A team of researchers from Singapore, France and Indonesia in a study found the evidence of the possibility of formation of a new plate boundary on the floor of the Indian Ocean in the Wharton Basin.
- The study published in the journal Science Advances estimated that the new plate may be forming because of the largest earthquake that shook the Andaman-Sumatra region in 2012 and it may further lead to more earth quakes in future.
Key Highlights of the Study
According to the researchers, Slip-Strike Quake occurs when two plates slide horizontally against one another. Such quakes can be caused by deformations that occur in plates distant from fault lines as pressure builds up across a plate.
- The researchers believe that it is the same scenario that happened in 2012 when two earthquakes struck the Andaman-Sumatran region of the Indian Ocean, the largest interplate earthquakes ever recorded.
- The researchers studied seismic data that was recorded before, during and after the quakes and also conducted sea floor depth analysis by venturing into the ocean aboard the research vessel Falkor.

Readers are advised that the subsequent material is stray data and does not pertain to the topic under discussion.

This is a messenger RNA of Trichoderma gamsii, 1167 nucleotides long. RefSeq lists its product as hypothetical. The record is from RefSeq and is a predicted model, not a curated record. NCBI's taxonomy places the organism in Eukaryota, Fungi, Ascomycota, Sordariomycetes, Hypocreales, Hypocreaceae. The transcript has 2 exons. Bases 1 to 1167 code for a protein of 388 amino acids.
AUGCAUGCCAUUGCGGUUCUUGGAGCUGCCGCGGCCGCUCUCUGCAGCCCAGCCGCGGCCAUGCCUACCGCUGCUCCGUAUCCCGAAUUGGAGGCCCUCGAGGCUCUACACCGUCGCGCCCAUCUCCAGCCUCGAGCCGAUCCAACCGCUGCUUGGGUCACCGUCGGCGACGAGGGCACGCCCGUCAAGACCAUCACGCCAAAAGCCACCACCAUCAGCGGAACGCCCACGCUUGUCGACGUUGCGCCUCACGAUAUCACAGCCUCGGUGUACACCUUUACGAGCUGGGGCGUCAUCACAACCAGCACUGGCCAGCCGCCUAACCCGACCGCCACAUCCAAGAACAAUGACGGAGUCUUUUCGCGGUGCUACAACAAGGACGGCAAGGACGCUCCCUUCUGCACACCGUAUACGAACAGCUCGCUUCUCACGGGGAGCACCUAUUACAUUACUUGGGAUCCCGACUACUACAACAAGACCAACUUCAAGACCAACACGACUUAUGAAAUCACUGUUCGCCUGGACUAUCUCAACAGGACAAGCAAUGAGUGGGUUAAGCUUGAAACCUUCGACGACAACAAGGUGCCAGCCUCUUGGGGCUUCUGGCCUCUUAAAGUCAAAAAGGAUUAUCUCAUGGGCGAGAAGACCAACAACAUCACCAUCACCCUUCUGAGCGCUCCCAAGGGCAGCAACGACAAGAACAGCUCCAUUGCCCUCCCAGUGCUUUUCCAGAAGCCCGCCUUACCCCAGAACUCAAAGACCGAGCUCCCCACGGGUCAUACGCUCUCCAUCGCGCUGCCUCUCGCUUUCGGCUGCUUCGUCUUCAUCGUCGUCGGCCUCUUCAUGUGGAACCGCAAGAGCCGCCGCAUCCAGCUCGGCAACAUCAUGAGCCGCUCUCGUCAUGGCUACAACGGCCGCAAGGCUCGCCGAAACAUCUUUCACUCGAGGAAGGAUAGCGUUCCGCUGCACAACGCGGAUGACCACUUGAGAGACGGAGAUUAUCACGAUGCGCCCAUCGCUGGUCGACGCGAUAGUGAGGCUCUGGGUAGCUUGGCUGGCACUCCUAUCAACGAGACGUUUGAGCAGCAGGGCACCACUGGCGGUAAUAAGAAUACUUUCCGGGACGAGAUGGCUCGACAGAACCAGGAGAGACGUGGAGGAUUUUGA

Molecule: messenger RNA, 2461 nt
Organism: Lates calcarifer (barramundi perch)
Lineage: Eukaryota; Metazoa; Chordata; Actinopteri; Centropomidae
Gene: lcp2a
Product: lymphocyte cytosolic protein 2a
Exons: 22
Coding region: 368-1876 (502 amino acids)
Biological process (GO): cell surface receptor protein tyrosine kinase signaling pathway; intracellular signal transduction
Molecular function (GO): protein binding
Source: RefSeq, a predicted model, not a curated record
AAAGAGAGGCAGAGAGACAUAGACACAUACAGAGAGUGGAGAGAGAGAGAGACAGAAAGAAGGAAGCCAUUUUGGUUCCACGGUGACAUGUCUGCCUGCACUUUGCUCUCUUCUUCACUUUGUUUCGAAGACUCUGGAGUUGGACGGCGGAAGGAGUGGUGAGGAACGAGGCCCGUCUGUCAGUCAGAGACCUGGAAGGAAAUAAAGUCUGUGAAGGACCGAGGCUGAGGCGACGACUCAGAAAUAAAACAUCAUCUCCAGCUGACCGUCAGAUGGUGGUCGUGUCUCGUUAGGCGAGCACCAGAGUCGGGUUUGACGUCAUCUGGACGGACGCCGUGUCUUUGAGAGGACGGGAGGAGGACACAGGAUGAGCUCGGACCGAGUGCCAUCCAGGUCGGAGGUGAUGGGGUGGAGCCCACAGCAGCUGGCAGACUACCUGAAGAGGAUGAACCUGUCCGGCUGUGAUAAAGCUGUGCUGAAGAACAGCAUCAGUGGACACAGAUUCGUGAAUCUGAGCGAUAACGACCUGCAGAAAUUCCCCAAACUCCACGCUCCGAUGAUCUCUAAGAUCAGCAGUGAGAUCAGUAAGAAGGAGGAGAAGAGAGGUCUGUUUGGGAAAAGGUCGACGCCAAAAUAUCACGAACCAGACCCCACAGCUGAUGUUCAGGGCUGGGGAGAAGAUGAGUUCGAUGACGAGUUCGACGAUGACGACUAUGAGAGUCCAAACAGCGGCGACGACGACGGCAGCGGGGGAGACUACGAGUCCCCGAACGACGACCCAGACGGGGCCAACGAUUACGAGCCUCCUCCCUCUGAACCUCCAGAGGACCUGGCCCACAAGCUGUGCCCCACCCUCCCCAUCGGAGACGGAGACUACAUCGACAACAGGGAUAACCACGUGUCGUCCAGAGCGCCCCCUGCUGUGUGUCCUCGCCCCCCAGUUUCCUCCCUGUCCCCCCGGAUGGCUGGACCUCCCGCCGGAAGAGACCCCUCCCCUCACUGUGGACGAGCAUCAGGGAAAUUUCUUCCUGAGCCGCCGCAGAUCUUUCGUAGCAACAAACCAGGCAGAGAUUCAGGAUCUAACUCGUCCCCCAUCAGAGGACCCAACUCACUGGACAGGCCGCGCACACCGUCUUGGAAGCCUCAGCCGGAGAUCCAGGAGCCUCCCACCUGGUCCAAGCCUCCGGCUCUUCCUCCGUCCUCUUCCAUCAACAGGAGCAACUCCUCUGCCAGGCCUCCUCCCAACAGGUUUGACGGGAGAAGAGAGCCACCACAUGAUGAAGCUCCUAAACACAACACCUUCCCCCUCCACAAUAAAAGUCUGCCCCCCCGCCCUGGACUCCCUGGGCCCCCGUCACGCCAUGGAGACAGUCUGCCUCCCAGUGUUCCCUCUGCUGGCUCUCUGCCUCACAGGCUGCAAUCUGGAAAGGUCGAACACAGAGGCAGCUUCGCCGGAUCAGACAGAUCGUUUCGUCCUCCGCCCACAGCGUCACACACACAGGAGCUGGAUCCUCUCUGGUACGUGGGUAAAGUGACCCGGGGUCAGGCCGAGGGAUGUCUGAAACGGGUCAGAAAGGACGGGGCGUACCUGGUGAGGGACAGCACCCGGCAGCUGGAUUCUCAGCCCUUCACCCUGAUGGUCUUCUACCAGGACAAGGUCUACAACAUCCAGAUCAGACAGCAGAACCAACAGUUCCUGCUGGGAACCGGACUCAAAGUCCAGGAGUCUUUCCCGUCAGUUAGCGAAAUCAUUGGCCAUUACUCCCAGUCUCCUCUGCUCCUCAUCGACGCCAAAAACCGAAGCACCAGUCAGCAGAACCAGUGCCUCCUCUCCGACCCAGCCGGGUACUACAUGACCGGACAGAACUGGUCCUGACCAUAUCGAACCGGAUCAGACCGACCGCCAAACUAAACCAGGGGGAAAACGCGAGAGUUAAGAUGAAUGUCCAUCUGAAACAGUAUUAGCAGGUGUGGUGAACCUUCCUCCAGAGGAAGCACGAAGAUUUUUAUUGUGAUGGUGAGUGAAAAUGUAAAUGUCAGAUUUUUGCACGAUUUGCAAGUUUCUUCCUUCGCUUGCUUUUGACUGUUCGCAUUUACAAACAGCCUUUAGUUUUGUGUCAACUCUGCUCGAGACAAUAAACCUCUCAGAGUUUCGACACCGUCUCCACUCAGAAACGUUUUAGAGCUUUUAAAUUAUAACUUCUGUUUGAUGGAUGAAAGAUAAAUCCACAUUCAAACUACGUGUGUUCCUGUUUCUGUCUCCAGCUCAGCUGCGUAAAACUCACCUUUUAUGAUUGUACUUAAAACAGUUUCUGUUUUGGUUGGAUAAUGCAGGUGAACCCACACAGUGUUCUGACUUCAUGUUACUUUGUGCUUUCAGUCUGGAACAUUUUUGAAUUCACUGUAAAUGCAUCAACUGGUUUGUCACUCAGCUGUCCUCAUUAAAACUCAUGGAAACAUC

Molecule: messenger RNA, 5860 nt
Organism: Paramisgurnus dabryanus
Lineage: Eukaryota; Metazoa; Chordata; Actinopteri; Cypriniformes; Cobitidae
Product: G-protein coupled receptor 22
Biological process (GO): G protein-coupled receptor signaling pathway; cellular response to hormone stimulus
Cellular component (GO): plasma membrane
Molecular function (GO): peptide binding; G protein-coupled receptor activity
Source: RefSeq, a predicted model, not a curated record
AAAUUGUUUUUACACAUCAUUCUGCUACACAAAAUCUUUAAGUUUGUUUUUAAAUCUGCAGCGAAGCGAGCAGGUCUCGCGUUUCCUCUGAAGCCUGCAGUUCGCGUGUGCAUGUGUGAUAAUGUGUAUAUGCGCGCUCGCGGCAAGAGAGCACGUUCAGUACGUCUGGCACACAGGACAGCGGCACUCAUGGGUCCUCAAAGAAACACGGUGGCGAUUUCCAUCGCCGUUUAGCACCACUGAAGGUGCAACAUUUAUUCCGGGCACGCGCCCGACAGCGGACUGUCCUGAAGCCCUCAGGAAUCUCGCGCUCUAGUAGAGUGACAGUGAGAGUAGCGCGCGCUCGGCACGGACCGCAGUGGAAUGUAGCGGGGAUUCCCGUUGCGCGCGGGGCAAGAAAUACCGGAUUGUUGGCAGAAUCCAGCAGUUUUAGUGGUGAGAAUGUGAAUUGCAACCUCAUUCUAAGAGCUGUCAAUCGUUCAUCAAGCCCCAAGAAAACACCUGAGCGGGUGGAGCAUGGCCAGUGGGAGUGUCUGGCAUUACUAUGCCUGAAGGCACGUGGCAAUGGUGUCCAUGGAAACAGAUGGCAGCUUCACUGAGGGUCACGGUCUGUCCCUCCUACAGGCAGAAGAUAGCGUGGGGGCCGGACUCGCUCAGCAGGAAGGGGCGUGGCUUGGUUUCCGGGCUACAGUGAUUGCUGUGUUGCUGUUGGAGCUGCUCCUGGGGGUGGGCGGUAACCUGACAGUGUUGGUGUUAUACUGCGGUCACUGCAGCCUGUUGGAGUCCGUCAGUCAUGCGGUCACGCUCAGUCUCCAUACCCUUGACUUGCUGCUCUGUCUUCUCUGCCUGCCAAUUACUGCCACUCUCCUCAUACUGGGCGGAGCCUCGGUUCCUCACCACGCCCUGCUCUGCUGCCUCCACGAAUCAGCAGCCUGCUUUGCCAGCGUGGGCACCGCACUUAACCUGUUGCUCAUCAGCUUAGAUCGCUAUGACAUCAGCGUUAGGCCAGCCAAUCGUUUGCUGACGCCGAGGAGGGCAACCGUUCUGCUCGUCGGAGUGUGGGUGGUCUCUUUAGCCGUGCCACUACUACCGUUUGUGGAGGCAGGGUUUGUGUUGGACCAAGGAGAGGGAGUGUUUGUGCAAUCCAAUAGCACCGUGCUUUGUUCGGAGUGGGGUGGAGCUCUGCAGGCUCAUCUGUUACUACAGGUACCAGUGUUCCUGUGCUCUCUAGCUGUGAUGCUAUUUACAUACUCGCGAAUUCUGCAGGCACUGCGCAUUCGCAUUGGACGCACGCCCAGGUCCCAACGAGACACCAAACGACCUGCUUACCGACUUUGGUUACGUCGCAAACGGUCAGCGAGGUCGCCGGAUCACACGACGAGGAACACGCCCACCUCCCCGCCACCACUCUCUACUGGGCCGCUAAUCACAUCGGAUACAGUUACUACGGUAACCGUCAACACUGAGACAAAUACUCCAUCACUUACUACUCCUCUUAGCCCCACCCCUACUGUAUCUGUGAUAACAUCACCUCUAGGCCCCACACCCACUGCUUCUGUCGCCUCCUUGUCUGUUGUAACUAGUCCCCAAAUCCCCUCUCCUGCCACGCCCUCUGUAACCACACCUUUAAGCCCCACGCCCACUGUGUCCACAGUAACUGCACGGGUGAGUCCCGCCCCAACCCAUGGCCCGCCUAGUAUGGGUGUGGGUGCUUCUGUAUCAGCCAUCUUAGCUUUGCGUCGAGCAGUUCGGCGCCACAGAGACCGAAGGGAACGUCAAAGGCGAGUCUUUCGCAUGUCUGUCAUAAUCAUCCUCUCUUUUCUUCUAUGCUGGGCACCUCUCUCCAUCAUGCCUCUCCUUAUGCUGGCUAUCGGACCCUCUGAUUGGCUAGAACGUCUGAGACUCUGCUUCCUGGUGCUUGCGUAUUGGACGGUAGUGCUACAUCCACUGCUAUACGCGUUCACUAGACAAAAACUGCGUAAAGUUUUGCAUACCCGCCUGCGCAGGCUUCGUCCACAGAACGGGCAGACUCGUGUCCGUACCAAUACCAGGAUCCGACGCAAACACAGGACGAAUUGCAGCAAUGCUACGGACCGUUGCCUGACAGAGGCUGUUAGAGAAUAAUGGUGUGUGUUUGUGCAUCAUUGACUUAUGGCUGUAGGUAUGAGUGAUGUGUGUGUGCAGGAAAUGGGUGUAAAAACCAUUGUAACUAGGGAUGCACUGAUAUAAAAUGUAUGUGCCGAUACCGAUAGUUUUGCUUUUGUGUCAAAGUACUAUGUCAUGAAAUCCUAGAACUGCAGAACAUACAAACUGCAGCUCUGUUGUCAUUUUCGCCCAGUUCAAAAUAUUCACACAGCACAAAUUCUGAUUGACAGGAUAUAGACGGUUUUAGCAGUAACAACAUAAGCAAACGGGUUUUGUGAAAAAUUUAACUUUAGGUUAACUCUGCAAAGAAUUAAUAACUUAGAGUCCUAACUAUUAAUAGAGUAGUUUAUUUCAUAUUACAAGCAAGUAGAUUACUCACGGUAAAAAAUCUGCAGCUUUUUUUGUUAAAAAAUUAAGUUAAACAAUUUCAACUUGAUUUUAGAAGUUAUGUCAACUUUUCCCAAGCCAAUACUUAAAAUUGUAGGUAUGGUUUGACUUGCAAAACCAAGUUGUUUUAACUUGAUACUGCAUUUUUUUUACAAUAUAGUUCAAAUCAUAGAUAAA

- They created a high-resolution imagery of the sea floor which allowed them to note the deformations that had occurred
- The slip-strike quake can lead to interplate earthquakes and cause a plate to break, resulting in a new boundary, which in turn can lead to even more quakes.
- Their analysis revealed a new fault system had developed in the area off the coast of Sumatra that was involved in the 2012 quakes.
- The data showed that the plate had broken along a 1,000 km fracture zone, resulting in a new plate boundary that is likely to encounter future fault-slip quakes.
- The 2012 Indian Ocean earthquakes were magnitude 8.6 and 8.2 Mw undersea earthquakes that struck near the Indonesian province of Aceh on 11 April. The earthquake was the 13th strongest earthquake since 1900 and the largest strike-slip earthquake ever recorded.